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-   -   Baldur's Gate - Memories #2 @ RPG Vault (https://www.rpgwatch.com/forums/showthread.php?t=6191)

Dhruin January 10th, 2009 15:43

Baldur's Gate - Memories #2 @ RPG Vault
RPG Vault has posted the second part of their Memories of Baldur's Gate retrospective, with James Ohlen recounting some brief thoughts:

I had a lot of fun as lead designer on Baldur's Gate and Baldur's Gate II. Those games were a chance for me to bring everything I love about Dungeons & Dragons to a computer game. I remember trying to cram every creature, setting and class that I could think of into the latter in an attempt to outdo the first game. As much fun as those titles were to make, we did go a little crazy, and built a world that really was just a pastiche of everything that had been done in fantasy. The main city in Baldur's Gate II had a beholder cult, a lich, vampire assassins, a crazy illusionist, etc. While we did try hard to bring it all together into a consistent story, in the end, the world still felt a little like a comic book.
More information.

wolfgrimdark January 10th, 2009 15:43

Course it being like a comic book chopped full of everything was all the fun. I went through the BG games (4 counting expansions) many many times. It seemed to have everything - story, combat, exploration, fun characters, variety and things everywhere you turned. I would love another game like that even if it was isometric like the original. 3D is nice but BG had great graphics and so much more meat to it then many of todays games.

Ergonpandilus January 10th, 2009 16:33

BG it is
Yeah, BG beats hell out of NWN or any other new cRPGs. :)

Dyspaire January 10th, 2009 20:33

It saddens me that the likelihood of Dragon Age actually being what long-time Baldur's Gate fans want… is really slim.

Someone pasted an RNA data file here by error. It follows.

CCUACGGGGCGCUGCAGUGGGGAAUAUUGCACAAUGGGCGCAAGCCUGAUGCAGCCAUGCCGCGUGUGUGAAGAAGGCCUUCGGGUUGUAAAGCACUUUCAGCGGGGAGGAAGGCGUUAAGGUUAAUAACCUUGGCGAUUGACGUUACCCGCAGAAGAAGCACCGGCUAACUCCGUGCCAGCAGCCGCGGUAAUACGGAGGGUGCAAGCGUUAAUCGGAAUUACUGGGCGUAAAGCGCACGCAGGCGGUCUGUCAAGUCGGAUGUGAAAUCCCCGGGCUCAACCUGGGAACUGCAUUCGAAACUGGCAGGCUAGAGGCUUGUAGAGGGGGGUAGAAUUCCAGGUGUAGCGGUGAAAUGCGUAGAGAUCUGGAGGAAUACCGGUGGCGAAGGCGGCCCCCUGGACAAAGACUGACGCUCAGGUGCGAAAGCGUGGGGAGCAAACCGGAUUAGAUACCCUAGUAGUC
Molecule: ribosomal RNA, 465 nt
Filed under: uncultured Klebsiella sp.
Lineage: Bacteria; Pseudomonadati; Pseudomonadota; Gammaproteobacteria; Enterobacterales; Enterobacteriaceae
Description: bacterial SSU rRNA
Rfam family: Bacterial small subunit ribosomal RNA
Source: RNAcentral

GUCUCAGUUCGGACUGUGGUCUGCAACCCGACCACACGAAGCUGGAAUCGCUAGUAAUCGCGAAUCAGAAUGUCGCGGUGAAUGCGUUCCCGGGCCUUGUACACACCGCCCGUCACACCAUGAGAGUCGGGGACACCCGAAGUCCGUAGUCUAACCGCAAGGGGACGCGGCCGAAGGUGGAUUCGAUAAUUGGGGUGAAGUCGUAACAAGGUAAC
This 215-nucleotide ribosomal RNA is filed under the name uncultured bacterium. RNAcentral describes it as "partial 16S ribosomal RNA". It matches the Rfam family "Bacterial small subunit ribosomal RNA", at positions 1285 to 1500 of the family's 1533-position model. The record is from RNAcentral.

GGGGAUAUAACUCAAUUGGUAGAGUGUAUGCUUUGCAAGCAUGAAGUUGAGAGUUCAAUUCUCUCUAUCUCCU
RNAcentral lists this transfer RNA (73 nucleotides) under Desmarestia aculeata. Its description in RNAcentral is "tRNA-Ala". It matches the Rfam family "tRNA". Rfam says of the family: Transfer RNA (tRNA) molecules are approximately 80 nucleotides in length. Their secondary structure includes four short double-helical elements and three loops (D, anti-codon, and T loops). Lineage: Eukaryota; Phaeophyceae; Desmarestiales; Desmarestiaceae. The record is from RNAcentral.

The trend in every game they've released since had been in the wrong directiion, imo. KOTOR, Jade Empire, Mass Effect… while not terrible games by any measure (especially when compared to what's released by most other game companies), have trended toward streamlining and simplicity of gameplay; which is almost always the polar opposite of what fans of Baldur's Gate are looking for.

The secrets and mysteries of geography and plot… that's what I loved about the BG series. Stumbling upon the Kangaxx sub-plot in BG2… there's more there than in some full games.

I fail to see why a single-player game can't come to market, turn a profit, and yet still be successful at being large and complex. Does a large company always have to look at appealing to the largest market? (Rhetorical question.)

Not to compare apples and oranges, but the reason WoW is so overwhelmingly popular, lies in the fact that there is always something else to see and do. It's a world you can get lost in… which is the real reason we all play these games, I think. To be somewhere else.

Streamlining and simplifying the interface and UI? Yes. Streamlining and simplifying the story, content, and actual gameplay? Please no.

Bring back the impossibly deep, 200+ hour, single-player experience, please.

Corwin January 10th, 2009 23:09

And the choir all said AMEN!! :)

blatantninja January 12th, 2009 14:53

I think there are two reasons that you see so little in terms of story depth and breadth:

1) I read Swords and Circuitry a while back, and the author (granted this is the guy that made Dungeon Siege, but he also made Betrayal at Krondor as well) made the point that a lot of big game companies tend to view writing as just something you slap in after the engine and graphics are done (reminds me of that sprite commercial where they are doing all the marketing for a Gian Slug movie before they even have a script). He put it that a lot of people in the industry view game writers merely as disgruntled novelists.

2) The amount of time and money it goes into making better and better graphics is staggering. A different medium, but I watched the extras on Revenge of The Sith a while back and I was absolutely amazed at how many people it took to make the all the special effects in the Anikan/Obi-wan duel. We're literally talking HUNDREDS of people over months at the end of the day, for a scene that lasted 10 minutes. With the amount of focus put on graphics in computer games, and the time and resources it takes to achieve them, you don't have much budget left for the story guys.

This is one of the reasons I've become much more interested in games that use legacy or existing technologies. Seems like they cut the corners there so that they have more room in the budget for the story.

Alrik Fassbauer January 13th, 2009 19:58


Originally Posted by blatantninja (Post 1060928026)
made the point that a lot of big game companies tend to view writing as just something you slap in after the engine and graphics are done

This fits quite good into my own perception of it, and yes, it would explain a whole lotta of things … ;)

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